This Peter Hitchens essay about the reordering of politics visible in the Brexit vote is worth reading for a variety of reasons. The crux is that Great Britain’s politics (like those of the United States) have developed such that the elites of the two major parties have more in common with each other than with sizable portions of their bases, which therefore have more in common with each other than with their own elites. One particularly notable part comes toward the end:
Thursday’s vote shows that the House of Commons is hopelessly unrepresentative. The concerns and hopes of those who voted to leave the EU – 51.9 per cent of the highest poll since 1992 – are reliably supported by fewer than a quarter of MPs, if that. Ludicrously, neither of the big parties agrees with a proven majority of the electorate – and neither shows any sign of changing its policies as a result.
Hitchens rightly calls this a scandal. How can a majority not be represented? I can’t find it just now, but not long ago, I noted the strong traditionalist sentiment in a foreign country (Great Britain again, I think) when it came to marriage. It wasn’t quite a majority, but it struck me that some sizable percentage of the electorate (around one-third or more, as I recall) was entirely without representation in the government. That can’t go on long, particularly in societies that still have some vestige of their independent past.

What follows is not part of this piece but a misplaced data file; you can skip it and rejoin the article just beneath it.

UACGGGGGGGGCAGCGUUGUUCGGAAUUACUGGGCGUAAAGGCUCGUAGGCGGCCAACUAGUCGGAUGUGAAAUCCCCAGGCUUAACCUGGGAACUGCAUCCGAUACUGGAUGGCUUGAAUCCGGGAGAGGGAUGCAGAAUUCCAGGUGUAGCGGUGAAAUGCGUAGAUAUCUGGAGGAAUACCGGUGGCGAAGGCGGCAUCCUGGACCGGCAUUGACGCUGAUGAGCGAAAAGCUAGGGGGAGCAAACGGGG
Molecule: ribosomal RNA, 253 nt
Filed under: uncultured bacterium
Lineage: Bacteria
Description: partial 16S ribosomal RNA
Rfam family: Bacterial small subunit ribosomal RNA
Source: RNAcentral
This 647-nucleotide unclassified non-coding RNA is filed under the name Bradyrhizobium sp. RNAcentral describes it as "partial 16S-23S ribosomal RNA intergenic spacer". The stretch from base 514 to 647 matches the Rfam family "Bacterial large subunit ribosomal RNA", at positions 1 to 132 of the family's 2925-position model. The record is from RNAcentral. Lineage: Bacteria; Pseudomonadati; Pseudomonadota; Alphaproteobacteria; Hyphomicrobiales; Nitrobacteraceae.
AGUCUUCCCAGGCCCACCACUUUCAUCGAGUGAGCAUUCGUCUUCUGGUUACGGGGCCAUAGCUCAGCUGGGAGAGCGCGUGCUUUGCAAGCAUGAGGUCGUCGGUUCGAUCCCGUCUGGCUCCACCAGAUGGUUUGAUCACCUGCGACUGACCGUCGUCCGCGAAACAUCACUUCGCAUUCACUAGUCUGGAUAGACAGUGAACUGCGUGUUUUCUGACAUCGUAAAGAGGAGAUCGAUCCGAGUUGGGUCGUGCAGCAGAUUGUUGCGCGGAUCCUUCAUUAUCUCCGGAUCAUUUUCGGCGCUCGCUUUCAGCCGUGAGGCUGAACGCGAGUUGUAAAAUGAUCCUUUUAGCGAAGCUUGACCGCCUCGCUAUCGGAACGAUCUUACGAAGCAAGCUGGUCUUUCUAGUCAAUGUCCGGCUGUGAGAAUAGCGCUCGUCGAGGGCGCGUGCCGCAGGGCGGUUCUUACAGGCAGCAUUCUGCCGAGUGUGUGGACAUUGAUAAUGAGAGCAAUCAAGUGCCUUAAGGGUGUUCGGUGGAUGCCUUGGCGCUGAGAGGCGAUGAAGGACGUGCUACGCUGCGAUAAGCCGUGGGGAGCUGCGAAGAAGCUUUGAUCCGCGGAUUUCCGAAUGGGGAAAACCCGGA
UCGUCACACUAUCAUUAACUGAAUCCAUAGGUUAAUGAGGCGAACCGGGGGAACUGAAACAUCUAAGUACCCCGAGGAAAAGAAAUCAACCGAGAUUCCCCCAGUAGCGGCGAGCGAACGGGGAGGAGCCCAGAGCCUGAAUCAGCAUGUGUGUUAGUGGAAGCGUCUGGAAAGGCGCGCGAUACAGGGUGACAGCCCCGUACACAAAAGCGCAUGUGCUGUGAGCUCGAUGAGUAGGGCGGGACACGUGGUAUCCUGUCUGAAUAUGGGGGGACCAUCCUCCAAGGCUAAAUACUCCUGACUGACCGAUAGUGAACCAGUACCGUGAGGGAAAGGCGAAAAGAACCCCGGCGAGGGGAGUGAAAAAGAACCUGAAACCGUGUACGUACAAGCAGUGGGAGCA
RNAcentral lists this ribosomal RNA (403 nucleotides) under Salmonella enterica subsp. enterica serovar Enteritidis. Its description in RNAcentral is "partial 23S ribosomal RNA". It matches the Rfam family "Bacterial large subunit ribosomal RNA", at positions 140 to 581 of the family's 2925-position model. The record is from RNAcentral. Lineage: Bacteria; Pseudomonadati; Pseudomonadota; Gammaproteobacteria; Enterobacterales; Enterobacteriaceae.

It’s very easy to see how the transgender-bathroom issue is a pre-planned next step in the Left’s attack on our culture, now that the Supreme Court has amended the U.S. Constitution to impose same-sex marriage on the country, but Brexit is probably a related phenomenon, as well. Whatever the issue, what’s stunning is that Western elites are simply refusing to adjust, as if they’re sick of having to bide their time, as if their attitude is, “We run the country, damn it, not you backwards morons.”
Failure to control immigration? Amnesty? Social benefits for non-citizens when citizens are suffering? Nation-building wars abroad instead of nation-building at home? Massive debt? Failures to confront terrorism effectively? Businesses moving jobs overseas? Recession in the countryside while the capital prospers? Rapid changes in gender politics? Bizarre contortions of politically correct speech, which shout down what many see as common sense? It has left many in the electorate angry and disenfranchised. And when those in the public who feel this way have objected or resisted, elites have doubled-down, rather than listen and adjust.
As Glenn Reynolds appends, “They see us as, at best, livestock to be managed,” which gets right back to my observation, locally, that people in government and the media seem to believe it’s their job to force us to give government more money than we want to give (see here and here for elaboration). Brexit was a signal that the battle isn’t over.